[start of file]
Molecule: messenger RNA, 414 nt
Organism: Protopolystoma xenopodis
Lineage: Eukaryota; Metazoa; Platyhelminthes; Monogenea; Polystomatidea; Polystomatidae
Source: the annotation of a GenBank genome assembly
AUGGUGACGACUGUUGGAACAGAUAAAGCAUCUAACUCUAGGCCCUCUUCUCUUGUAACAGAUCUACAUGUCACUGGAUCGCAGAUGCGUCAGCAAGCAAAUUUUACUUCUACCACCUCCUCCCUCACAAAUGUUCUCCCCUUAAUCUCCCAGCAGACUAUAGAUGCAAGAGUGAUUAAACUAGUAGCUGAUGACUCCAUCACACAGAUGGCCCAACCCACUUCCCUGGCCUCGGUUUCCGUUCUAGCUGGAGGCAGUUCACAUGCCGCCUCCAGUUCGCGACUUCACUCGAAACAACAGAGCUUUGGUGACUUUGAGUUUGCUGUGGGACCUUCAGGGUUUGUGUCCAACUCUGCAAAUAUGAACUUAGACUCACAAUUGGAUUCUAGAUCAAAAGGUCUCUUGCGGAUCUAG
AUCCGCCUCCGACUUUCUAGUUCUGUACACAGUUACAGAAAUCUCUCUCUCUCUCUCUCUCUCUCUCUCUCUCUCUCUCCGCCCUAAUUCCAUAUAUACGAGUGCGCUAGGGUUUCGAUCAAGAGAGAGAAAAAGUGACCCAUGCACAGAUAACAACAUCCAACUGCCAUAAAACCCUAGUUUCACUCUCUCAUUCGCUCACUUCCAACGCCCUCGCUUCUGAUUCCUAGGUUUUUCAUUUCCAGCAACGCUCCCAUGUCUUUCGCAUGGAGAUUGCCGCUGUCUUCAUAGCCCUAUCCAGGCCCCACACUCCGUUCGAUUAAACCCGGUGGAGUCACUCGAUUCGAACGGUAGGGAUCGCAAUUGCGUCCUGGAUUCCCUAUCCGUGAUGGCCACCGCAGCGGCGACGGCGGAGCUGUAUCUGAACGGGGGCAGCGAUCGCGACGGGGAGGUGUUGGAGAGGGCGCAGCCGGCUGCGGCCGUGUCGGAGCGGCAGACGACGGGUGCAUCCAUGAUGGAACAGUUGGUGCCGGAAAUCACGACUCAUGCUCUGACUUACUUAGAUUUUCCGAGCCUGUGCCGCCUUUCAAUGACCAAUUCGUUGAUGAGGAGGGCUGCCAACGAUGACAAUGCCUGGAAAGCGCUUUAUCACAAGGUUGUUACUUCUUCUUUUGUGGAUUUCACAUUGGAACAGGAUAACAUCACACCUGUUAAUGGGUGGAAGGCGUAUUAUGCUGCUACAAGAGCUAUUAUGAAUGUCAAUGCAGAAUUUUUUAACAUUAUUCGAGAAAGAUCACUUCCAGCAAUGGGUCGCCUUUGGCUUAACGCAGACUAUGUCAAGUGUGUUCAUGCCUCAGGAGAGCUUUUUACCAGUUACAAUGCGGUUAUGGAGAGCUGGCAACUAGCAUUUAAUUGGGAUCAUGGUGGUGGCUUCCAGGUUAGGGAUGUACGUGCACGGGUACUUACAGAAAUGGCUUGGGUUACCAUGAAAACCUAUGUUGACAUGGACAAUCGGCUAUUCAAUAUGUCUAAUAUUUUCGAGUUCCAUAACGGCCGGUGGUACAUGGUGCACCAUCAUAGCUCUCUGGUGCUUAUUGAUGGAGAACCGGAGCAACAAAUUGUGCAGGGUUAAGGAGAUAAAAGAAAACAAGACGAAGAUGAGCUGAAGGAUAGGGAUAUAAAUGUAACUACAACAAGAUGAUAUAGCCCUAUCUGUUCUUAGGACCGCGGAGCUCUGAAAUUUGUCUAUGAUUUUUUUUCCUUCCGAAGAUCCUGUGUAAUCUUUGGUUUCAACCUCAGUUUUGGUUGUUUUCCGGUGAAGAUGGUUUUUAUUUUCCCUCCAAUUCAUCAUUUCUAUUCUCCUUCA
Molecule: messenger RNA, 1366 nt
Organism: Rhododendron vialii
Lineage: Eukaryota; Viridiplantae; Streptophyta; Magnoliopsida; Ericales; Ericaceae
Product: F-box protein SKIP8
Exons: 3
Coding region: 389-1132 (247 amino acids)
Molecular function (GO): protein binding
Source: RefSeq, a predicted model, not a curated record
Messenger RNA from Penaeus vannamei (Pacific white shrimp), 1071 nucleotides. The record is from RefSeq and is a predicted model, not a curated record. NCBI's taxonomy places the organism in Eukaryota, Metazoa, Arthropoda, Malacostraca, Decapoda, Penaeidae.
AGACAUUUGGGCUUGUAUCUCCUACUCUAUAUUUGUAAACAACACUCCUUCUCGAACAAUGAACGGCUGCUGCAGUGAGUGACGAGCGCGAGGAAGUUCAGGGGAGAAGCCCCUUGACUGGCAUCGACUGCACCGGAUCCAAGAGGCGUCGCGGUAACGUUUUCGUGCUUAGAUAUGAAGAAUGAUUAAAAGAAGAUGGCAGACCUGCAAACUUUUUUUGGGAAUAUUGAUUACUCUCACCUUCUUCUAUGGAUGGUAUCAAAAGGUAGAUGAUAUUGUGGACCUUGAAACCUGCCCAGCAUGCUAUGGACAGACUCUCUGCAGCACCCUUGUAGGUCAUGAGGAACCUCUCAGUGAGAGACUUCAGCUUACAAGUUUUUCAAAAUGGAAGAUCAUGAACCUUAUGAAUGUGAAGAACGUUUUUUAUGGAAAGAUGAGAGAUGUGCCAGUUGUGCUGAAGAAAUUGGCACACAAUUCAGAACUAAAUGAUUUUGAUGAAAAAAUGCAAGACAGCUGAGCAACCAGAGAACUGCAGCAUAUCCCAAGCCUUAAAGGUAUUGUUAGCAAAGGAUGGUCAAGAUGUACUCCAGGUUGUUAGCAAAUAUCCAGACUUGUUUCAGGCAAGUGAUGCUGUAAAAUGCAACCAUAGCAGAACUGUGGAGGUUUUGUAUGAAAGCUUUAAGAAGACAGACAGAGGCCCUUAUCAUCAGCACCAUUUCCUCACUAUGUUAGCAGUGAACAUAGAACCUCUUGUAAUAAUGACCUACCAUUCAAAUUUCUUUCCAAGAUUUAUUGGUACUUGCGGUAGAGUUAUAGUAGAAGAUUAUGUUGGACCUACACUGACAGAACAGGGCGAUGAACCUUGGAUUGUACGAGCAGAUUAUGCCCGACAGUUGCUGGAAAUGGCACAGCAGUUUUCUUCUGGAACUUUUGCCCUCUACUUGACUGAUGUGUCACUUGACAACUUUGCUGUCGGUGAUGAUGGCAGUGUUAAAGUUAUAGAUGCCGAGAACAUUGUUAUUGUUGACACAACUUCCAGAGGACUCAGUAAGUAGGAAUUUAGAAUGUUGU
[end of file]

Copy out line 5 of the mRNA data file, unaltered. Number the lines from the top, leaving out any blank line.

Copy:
AUGGUGACGACUGUUGGAACAGAUAAAGCAUCUAACUCUAGGCCCUCUUCUCUUGUAACAGAUCUACAUGUCACUGGAUCGCAGAUGCGUCAGCAAGCAAAUUUUACUUCUACCACCUCCUCCCUCACAAAUGUUCUCCCCUUAAUCUCCCAGCAGACUAUAGAUGCAAGAGUGAUUAAACUAGUAGCUGAUGACUCCAUCACACAGAUGGCCCAACCCACUUCCCUGGCCUCGGUUUCCGUUCUAGCUGGAGGCAGUUCACAUGCCGCCUCCAGUUCGCGACUUCACUCGAAACAACAGAGCUUUGGUGACUUUGAGUUUGCUGUGGGACCUUCAGGGUUUGUGUCCAACUCUGCAAAUAUGAACUUAGACUCACAAUUGGAUUCUAGAUCAAAAGGUCUCUUGCGGAUCUAG